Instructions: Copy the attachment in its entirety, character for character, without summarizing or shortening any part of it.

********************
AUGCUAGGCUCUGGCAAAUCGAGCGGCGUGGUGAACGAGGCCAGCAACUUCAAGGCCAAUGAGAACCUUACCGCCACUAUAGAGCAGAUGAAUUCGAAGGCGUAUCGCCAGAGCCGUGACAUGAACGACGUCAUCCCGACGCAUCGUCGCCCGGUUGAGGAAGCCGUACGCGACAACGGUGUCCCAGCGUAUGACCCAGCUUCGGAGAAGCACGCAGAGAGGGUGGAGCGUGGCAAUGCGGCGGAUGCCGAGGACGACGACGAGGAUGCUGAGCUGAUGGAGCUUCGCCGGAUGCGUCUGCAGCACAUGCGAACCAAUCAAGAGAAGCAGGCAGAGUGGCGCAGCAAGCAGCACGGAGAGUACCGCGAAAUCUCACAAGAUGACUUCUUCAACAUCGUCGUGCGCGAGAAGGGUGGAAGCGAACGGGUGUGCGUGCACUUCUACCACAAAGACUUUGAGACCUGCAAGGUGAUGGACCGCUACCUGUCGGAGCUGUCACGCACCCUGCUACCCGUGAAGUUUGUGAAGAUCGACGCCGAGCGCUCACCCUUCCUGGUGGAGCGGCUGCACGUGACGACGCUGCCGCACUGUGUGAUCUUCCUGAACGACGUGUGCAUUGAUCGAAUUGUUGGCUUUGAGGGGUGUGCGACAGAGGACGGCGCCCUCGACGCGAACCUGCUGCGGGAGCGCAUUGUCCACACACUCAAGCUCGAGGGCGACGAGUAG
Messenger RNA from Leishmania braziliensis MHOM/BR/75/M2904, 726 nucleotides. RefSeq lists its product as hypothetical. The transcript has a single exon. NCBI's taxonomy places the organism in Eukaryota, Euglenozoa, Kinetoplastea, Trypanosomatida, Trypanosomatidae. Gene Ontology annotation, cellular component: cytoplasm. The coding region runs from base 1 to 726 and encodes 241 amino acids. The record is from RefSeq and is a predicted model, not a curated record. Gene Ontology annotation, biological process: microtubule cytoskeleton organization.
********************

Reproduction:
AUGCUAGGCUCUGGCAAAUCGAGCGGCGUGGUGAACGAGGCCAGCAACUUCAAGGCCAAUGAGAACCUUACCGCCACUAUAGAGCAGAUGAAUUCGAAGGCGUAUCGCCAGAGCCGUGACAUGAACGACGUCAUCCCGACGCAUCGUCGCCCGGUUGAGGAAGCCGUACGCGACAACGGUGUCCCAGCGUAUGACCCAGCUUCGGAGAAGCACGCAGAGAGGGUGGAGCGUGGCAAUGCGGCGGAUGCCGAGGACGACGACGAGGAUGCUGAGCUGAUGGAGCUUCGCCGGAUGCGUCUGCAGCACAUGCGAACCAAUCAAGAGAAGCAGGCAGAGUGGCGCAGCAAGCAGCACGGAGAGUACCGCGAAAUCUCACAAGAUGACUUCUUCAACAUCGUCGUGCGCGAGAAGGGUGGAAGCGAACGGGUGUGCGUGCACUUCUACCACAAAGACUUUGAGACCUGCAAGGUGAUGGACCGCUACCUGUCGGAGCUGUCACGCACCCUGCUACCCGUGAAGUUUGUGAAGAUCGACGCCGAGCGCUCACCCUUCCUGGUGGAGCGGCUGCACGUGACGACGCUGCCGCACUGUGUGAUCUUCCUGAACGACGUGUGCAUUGAUCGAAUUGUUGGCUUUGAGGGGUGUGCGACAGAGGACGGCGCCCUCGACGCGAACCUGCUGCGGGAGCGCAUUGUCCACACACUCAAGCUCGAGGGCGACGAGUAG
Messenger RNA from Leishmania braziliensis MHOM/BR/75/M2904, 726 nucleotides. RefSeq lists its product as hypothetical. The transcript has a single exon. NCBI's taxonomy places the organism in Eukaryota, Euglenozoa, Kinetoplastea, Trypanosomatida, Trypanosomatidae. Gene Ontology annotation, cellular component: cytoplasm. The coding region runs from base 1 to 726 and encodes 241 amino acids. The record is from RefSeq and is a predicted model, not a curated record. Gene Ontology annotation, biological process: microtubule cytoskeleton organization.